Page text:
Or “If I were consistent, I’d be on him every minute.”
A mother came to my office because, like so many parents, she felt she was forever disciplining yet her son Philip was only getting worse. Mom was afraid that one day soon she would lose all control and really harm Philip in a surge of exasperation and rage. As she spoke, it was evident that her main methods of “disciplining” consisted of nagging, pleading, preaching, threatening, and generally getting upset over much of Philip’s nastiness. Mom spent most of her relationship with Philip locked in one or another of these communication modes, none of which had any impact and all of which heightened her feelings of hopelessness. Since Mom’s most urgent need was to regain some sense of control, both of herself and of Philip, she and I put together a simple system of rules and results. We chose the most persistent of Philip’s misbehaviors and attached automatic consequences to each. Likewise, we decided upon privileges Philip could earn by acting with some degree of thoughtfulness and maturity. Nothing fancy, just an elementary system to start reducing the incessant clashes between Mom and Philip. But as Mom assessed our plan, she commented in doubt, “I’m not so sure this will work. With as much as Philip acts up, I’ll be on his back constantly if I discipline him every time he misbehaves. He’ll never earn any privileges.”
This mother’s idea of discipline was a major source of her spiraling distress. She measured discipline by the quantity of arguments, yells, and warnings she aimed at Philip. In truth, this is not discipline at all. This is the illusion of discipline-an illusion that will thrust you into repeated and ugly face-offs with your youngster. (There is more about illusory discipline in Chapter 6.) Legitimate discipline―calmly placing limits on your youngster’s behavior, backed by predictable consequences-will not put you “on his back” constantly. It will have the opposite effect: it will take you off his back. You won’t be forever reminding, or cajoling, or threatening him to act with some semblance of propriety. Instead, because your youngster will know exactly what your responses will be-pro and con-to certain behaviors, you will be freed from the role of fulltime overseer and enforcer. Once you have laid down definite guidelines, you’ll actually have to discipline less.
Many parents, however, don’t take advantage of this fact. They think that setting explicit consequences for perpetual misbehaviors will drag them into a state of perpetual discipline. They figure they’d better tolerate the trouble at least part of the time, or they will spend all of the time disciplining. This error in logic is easy to fall into, especially if a youngster acts up with clockwork regularity. Suppose your six-year-old son expresses his “aggressive instincts” upon the body of his younger brother almost every time they play within sight of each other. Nothing you’ve tried thus far has prevented their playtime from ending up in a one-sided boxing match. You’ve been entertaining the idea of separating Rocky from his brother and placing him in a dining-room chair for a half hour each time he turns bully, but you’ve not yet implemented your version of a neutral corner for fear that Rocky will live the greater part of his next few years there, thus depriving him of the positive aspects of sibling interaction. Of course, up to now any positive interaction has been regularly shattered by the tormented screams of little brother. If you decide to adopt your plan, at first you will probably have to be prepared to act frequently. You see, Rocky may not take you too seriously, so he’ll be willing to go fifteen rounds on this issue. But if you’re willing to go sixteen rounds, you will watch your use of the dining room chair tapering off. Rocky’s no amateur at being a kid. He’s also no dummy. The mandatory neutral corner will help him think, before he swings, about the repercussions of bopping his brother. Contrary to what you thought would happen, Rocky is not growing old in the chair, and you are not refereeing squabbles nearly as often as you used to.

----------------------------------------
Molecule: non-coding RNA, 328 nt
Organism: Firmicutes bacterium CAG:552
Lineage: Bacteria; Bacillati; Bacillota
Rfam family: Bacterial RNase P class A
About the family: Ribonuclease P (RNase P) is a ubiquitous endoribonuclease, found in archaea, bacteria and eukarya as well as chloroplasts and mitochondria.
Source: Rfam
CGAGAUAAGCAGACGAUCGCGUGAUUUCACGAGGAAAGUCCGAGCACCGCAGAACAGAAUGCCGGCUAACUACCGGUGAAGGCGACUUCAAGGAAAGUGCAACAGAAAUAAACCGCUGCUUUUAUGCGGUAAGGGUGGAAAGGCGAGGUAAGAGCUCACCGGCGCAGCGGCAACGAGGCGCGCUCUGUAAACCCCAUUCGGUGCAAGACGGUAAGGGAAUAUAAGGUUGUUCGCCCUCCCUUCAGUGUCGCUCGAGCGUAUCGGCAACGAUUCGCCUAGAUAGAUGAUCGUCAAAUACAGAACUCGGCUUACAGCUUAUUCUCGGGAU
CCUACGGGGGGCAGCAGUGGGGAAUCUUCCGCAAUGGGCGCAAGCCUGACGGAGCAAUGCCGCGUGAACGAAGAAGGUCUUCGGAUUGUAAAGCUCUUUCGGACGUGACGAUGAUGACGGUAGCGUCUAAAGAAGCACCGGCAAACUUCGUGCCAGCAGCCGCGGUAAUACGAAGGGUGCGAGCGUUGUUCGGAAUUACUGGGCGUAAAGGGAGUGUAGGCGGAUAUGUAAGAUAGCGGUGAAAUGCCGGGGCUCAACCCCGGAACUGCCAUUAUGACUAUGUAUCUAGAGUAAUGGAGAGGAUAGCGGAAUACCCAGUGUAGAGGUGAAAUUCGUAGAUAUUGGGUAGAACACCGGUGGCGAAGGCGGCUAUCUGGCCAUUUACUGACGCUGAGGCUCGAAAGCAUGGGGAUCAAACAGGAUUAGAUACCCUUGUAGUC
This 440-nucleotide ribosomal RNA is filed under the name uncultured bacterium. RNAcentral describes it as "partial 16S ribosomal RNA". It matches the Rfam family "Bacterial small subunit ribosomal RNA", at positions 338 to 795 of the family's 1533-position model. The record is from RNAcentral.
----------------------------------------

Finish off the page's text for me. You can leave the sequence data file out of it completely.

To say it again (at the risk of being on your back), it is not consistent discipline that makes for constant discipline; it is inconsistent discipline. If your kids realize they have between four and twenty chances before you act, or if they’re never quite sure how you’re going to act, they will learn to either ignore you or challenge, you. This is what leads to your feeling of being “constantly on their backs.”
You’re a Better Parent Than You Think! Pages 102-104
Copyright © 1985 by Prentice-Hall, Inc.
Fireside Edition 1992